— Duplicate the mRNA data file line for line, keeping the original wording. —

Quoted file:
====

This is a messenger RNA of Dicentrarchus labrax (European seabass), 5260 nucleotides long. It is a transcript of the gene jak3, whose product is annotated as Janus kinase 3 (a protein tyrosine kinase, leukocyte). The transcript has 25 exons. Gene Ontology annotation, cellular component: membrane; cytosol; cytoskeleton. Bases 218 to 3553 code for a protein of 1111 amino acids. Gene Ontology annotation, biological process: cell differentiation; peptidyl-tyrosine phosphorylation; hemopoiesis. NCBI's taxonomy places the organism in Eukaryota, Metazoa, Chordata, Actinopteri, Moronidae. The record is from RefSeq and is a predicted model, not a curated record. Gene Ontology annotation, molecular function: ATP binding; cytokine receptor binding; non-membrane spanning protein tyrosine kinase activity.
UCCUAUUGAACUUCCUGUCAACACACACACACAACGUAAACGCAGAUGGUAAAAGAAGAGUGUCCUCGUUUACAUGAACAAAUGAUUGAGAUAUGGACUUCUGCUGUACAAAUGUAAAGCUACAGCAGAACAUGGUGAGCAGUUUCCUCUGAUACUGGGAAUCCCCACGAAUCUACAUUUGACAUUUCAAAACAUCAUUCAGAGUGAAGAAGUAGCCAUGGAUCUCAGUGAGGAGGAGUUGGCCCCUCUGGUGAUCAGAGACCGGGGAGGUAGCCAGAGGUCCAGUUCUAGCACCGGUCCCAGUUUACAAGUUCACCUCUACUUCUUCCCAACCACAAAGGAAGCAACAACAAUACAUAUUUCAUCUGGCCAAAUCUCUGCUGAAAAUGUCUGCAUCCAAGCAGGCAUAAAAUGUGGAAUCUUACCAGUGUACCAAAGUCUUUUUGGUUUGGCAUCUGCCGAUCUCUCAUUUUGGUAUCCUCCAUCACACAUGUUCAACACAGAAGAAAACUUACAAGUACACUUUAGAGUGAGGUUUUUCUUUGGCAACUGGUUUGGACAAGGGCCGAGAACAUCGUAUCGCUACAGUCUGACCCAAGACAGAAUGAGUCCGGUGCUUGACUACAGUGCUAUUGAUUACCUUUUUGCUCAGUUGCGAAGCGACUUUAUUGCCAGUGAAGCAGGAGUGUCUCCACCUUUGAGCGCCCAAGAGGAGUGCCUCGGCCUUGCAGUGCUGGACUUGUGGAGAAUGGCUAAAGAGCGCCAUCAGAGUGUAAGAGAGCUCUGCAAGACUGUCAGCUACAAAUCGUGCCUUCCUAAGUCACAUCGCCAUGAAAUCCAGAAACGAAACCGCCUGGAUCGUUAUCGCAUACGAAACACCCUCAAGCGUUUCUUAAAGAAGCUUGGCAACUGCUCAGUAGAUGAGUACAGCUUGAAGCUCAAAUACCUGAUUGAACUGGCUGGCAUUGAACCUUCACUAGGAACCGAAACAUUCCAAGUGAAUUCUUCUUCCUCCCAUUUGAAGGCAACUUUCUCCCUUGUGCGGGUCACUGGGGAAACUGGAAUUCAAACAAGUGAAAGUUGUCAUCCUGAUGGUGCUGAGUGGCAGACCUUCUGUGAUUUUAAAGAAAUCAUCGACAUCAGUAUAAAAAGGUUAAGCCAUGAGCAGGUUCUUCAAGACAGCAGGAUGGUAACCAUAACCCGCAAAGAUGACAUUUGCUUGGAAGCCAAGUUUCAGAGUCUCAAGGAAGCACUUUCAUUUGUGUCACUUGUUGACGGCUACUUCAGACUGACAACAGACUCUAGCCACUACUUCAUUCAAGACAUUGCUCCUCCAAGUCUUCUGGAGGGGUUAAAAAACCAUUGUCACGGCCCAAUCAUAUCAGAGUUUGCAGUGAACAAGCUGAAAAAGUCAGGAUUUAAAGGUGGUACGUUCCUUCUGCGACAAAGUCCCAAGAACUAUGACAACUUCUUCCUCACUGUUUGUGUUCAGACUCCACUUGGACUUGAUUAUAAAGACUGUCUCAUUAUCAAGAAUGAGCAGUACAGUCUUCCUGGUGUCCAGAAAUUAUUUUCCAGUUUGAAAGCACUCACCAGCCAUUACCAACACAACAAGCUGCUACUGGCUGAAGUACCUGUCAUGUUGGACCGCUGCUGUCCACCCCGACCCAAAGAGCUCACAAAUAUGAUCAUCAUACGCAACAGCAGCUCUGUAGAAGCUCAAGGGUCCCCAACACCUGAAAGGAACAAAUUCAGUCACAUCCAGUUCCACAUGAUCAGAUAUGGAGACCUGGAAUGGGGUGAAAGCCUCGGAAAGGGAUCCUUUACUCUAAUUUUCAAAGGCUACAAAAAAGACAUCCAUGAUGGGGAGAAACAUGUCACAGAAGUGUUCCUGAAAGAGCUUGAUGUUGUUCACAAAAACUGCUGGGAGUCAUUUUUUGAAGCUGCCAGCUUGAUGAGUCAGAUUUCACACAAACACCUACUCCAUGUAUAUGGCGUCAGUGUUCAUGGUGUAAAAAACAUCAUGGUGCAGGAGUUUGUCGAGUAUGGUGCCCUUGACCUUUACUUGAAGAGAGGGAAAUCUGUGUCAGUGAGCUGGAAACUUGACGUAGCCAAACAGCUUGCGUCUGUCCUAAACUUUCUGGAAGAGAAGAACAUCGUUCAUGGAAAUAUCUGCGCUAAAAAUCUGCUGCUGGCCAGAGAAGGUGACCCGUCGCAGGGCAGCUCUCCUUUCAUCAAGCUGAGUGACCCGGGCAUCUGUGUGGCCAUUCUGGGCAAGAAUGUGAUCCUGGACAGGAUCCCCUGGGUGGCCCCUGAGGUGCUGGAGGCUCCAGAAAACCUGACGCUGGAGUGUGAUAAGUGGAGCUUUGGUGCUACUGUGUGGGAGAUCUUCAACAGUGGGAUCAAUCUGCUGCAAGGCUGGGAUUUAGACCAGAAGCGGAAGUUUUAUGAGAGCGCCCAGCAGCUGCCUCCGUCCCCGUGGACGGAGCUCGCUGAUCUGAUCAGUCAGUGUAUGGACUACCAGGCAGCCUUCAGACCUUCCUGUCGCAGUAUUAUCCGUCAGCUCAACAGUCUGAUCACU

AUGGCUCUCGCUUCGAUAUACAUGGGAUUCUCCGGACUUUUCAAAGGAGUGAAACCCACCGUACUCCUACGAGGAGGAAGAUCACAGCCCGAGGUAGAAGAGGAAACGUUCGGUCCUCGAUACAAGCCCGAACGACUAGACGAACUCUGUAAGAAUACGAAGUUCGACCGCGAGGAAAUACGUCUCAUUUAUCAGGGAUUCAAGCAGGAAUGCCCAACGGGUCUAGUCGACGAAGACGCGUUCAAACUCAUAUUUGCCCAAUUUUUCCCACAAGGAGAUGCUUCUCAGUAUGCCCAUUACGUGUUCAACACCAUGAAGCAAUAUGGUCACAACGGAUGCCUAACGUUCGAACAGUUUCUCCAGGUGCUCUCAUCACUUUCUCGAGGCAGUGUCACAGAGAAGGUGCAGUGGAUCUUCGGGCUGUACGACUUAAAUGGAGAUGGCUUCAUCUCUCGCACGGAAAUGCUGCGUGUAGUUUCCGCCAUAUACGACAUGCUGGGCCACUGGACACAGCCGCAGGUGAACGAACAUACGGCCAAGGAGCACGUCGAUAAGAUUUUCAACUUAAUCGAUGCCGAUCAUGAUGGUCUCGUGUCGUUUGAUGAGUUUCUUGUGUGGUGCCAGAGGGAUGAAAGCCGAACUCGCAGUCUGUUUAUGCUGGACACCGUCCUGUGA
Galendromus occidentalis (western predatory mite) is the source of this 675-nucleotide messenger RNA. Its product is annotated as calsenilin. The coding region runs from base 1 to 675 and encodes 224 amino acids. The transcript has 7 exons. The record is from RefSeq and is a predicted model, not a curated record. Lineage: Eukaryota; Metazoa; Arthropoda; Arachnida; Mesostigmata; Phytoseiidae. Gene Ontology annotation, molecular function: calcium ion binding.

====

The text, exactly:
This is a messenger RNA of Dicentrarchus labrax (European seabass), 5260 nucleotides long. It is a transcript of the gene jak3, whose product is annotated as Janus kinase 3 (a protein tyrosine kinase, leukocyte). The transcript has 25 exons. Gene Ontology annotation, cellular component: membrane; cytosol; cytoskeleton. Bases 218 to 3553 code for a protein of 1111 amino acids. Gene Ontology annotation, biological process: cell differentiation; peptidyl-tyrosine phosphorylation; hemopoiesis. NCBI's taxonomy places the organism in Eukaryota, Metazoa, Chordata, Actinopteri, Moronidae. The record is from RefSeq and is a predicted model, not a curated record. Gene Ontology annotation, molecular function: ATP binding; cytokine receptor binding; non-membrane spanning protein tyrosine kinase activity.
UCCUAUUGAACUUCCUGUCAACACACACACACAACGUAAACGCAGAUGGUAAAAGAAGAGUGUCCUCGUUUACAUGAACAAAUGAUUGAGAUAUGGACUUCUGCUGUACAAAUGUAAAGCUACAGCAGAACAUGGUGAGCAGUUUCCUCUGAUACUGGGAAUCCCCACGAAUCUACAUUUGACAUUUCAAAACAUCAUUCAGAGUGAAGAAGUAGCCAUGGAUCUCAGUGAGGAGGAGUUGGCCCCUCUGGUGAUCAGAGACCGGGGAGGUAGCCAGAGGUCCAGUUCUAGCACCGGUCCCAGUUUACAAGUUCACCUCUACUUCUUCCCAACCACAAAGGAAGCAACAACAAUACAUAUUUCAUCUGGCCAAAUCUCUGCUGAAAAUGUCUGCAUCCAAGCAGGCAUAAAAUGUGGAAUCUUACCAGUGUACCAAAGUCUUUUUGGUUUGGCAUCUGCCGAUCUCUCAUUUUGGUAUCCUCCAUCACACAUGUUCAACACAGAAGAAAACUUACAAGUACACUUUAGAGUGAGGUUUUUCUUUGGCAACUGGUUUGGACAAGGGCCGAGAACAUCGUAUCGCUACAGUCUGACCCAAGACAGAAUGAGUCCGGUGCUUGACUACAGUGCUAUUGAUUACCUUUUUGCUCAGUUGCGAAGCGACUUUAUUGCCAGUGAAGCAGGAGUGUCUCCACCUUUGAGCGCCCAAGAGGAGUGCCUCGGCCUUGCAGUGCUGGACUUGUGGAGAAUGGCUAAAGAGCGCCAUCAGAGUGUAAGAGAGCUCUGCAAGACUGUCAGCUACAAAUCGUGCCUUCCUAAGUCACAUCGCCAUGAAAUCCAGAAACGAAACCGCCUGGAUCGUUAUCGCAUACGAAACACCCUCAAGCGUUUCUUAAAGAAGCUUGGCAACUGCUCAGUAGAUGAGUACAGCUUGAAGCUCAAAUACCUGAUUGAACUGGCUGGCAUUGAACCUUCACUAGGAACCGAAACAUUCCAAGUGAAUUCUUCUUCCUCCCAUUUGAAGGCAACUUUCUCCCUUGUGCGGGUCACUGGGGAAACUGGAAUUCAAACAAGUGAAAGUUGUCAUCCUGAUGGUGCUGAGUGGCAGACCUUCUGUGAUUUUAAAGAAAUCAUCGACAUCAGUAUAAAAAGGUUAAGCCAUGAGCAGGUUCUUCAAGACAGCAGGAUGGUAACCAUAACCCGCAAAGAUGACAUUUGCUUGGAAGCCAAGUUUCAGAGUCUCAAGGAAGCACUUUCAUUUGUGUCACUUGUUGACGGCUACUUCAGACUGACAACAGACUCUAGCCACUACUUCAUUCAAGACAUUGCUCCUCCAAGUCUUCUGGAGGGGUUAAAAAACCAUUGUCACGGCCCAAUCAUAUCAGAGUUUGCAGUGAACAAGCUGAAAAAGUCAGGAUUUAAAGGUGGUACGUUCCUUCUGCGACAAAGUCCCAAGAACUAUGACAACUUCUUCCUCACUGUUUGUGUUCAGACUCCACUUGGACUUGAUUAUAAAGACUGUCUCAUUAUCAAGAAUGAGCAGUACAGUCUUCCUGGUGUCCAGAAAUUAUUUUCCAGUUUGAAAGCACUCACCAGCCAUUACCAACACAACAAGCUGCUACUGGCUGAAGUACCUGUCAUGUUGGACCGCUGCUGUCCACCCCGACCCAAAGAGCUCACAAAUAUGAUCAUCAUACGCAACAGCAGCUCUGUAGAAGCUCAAGGGUCCCCAACACCUGAAAGGAACAAAUUCAGUCACAUCCAGUUCCACAUGAUCAGAUAUGGAGACCUGGAAUGGGGUGAAAGCCUCGGAAAGGGAUCCUUUACUCUAAUUUUCAAAGGCUACAAAAAAGACAUCCAUGAUGGGGAGAAACAUGUCACAGAAGUGUUCCUGAAAGAGCUUGAUGUUGUUCACAAAAACUGCUGGGAGUCAUUUUUUGAAGCUGCCAGCUUGAUGAGUCAGAUUUCACACAAACACCUACUCCAUGUAUAUGGCGUCAGUGUUCAUGGUGUAAAAAACAUCAUGGUGCAGGAGUUUGUCGAGUAUGGUGCCCUUGACCUUUACUUGAAGAGAGGGAAAUCUGUGUCAGUGAGCUGGAAACUUGACGUAGCCAAACAGCUUGCGUCUGUCCUAAACUUUCUGGAAGAGAAGAACAUCGUUCAUGGAAAUAUCUGCGCUAAAAAUCUGCUGCUGGCCAGAGAAGGUGACCCGUCGCAGGGCAGCUCUCCUUUCAUCAAGCUGAGUGACCCGGGCAUCUGUGUGGCCAUUCUGGGCAAGAAUGUGAUCCUGGACAGGAUCCCCUGGGUGGCCCCUGAGGUGCUGGAGGCUCCAGAAAACCUGACGCUGGAGUGUGAUAAGUGGAGCUUUGGUGCUACUGUGUGGGAGAUCUUCAACAGUGGGAUCAAUCUGCUGCAAGGCUGGGAUUUAGACCAGAAGCGGAAGUUUUAUGAGAGCGCCCAGCAGCUGCCUCCGUCCCCGUGGACGGAGCUCGCUGAUCUGAUCAGUCAGUGUAUGGACUACCAGGCAGCCUUCAGACCUUCCUGUCGCAGUAUUAUCCGUCAGCUCAACAGUCUGAUCACU

AUGGCUCUCGCUUCGAUAUACAUGGGAUUCUCCGGACUUUUCAAAGGAGUGAAACCCACCGUACUCCUACGAGGAGGAAGAUCACAGCCCGAGGUAGAAGAGGAAACGUUCGGUCCUCGAUACAAGCCCGAACGACUAGACGAACUCUGUAAGAAUACGAAGUUCGACCGCGAGGAAAUACGUCUCAUUUAUCAGGGAUUCAAGCAGGAAUGCCCAACGGGUCUAGUCGACGAAGACGCGUUCAAACUCAUAUUUGCCCAAUUUUUCCCACAAGGAGAUGCUUCUCAGUAUGCCCAUUACGUGUUCAACACCAUGAAGCAAUAUGGUCACAACGGAUGCCUAACGUUCGAACAGUUUCUCCAGGUGCUCUCAUCACUUUCUCGAGGCAGUGUCACAGAGAAGGUGCAGUGGAUCUUCGGGCUGUACGACUUAAAUGGAGAUGGCUUCAUCUCUCGCACGGAAAUGCUGCGUGUAGUUUCCGCCAUAUACGACAUGCUGGGCCACUGGACACAGCCGCAGGUGAACGAACAUACGGCCAAGGAGCACGUCGAUAAGAUUUUCAACUUAAUCGAUGCCGAUCAUGAUGGUCUCGUGUCGUUUGAUGAGUUUCUUGUGUGGUGCCAGAGGGAUGAAAGCCGAACUCGCAGUCUGUUUAUGCUGGACACCGUCCUGUGA
Galendromus occidentalis (western predatory mite) is the source of this 675-nucleotide messenger RNA. Its product is annotated as calsenilin. The coding region runs from base 1 to 675 and encodes 224 amino acids. The transcript has 7 exons. The record is from RefSeq and is a predicted model, not a curated record. Lineage: Eukaryota; Metazoa; Arthropoda; Arachnida; Mesostigmata; Phytoseiidae. Gene Ontology annotation, molecular function: calcium ion binding.